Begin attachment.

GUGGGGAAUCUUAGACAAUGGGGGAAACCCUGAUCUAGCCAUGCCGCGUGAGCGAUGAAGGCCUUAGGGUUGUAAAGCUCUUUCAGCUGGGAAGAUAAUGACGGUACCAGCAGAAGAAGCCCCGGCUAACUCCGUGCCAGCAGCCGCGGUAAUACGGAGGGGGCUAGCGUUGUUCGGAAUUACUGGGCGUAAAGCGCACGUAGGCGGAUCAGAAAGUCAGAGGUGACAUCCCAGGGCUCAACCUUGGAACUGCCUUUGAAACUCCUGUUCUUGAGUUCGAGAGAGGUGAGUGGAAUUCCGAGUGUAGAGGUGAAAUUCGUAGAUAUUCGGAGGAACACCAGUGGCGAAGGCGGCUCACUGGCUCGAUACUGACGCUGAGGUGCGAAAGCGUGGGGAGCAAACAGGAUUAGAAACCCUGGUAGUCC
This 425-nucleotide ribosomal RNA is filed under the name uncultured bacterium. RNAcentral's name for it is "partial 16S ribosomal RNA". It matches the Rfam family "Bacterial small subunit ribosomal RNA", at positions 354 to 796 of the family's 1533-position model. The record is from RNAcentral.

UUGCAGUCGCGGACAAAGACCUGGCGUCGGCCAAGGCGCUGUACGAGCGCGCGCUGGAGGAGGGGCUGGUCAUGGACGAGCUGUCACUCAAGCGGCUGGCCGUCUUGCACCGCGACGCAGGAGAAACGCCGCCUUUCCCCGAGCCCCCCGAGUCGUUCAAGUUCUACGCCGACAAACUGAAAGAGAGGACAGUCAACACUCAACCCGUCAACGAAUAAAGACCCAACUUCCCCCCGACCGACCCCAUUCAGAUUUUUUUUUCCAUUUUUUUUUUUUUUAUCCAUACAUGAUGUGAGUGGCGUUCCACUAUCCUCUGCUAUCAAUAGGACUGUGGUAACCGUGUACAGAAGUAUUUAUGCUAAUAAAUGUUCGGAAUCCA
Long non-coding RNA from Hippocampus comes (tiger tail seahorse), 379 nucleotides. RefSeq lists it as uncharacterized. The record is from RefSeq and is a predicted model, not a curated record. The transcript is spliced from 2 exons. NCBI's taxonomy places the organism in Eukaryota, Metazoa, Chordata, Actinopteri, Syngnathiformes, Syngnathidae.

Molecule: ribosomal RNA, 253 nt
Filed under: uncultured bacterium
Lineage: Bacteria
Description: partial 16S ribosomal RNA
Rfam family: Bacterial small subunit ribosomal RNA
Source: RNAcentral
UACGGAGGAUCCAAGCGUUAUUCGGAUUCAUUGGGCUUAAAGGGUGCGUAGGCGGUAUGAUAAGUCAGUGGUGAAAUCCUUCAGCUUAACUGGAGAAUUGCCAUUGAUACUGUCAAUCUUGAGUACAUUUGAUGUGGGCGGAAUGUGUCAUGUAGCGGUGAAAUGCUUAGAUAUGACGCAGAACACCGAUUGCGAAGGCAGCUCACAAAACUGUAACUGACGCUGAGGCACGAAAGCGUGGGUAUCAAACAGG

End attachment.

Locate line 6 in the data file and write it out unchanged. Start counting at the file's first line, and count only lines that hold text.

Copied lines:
Filed under: uncultured bacterium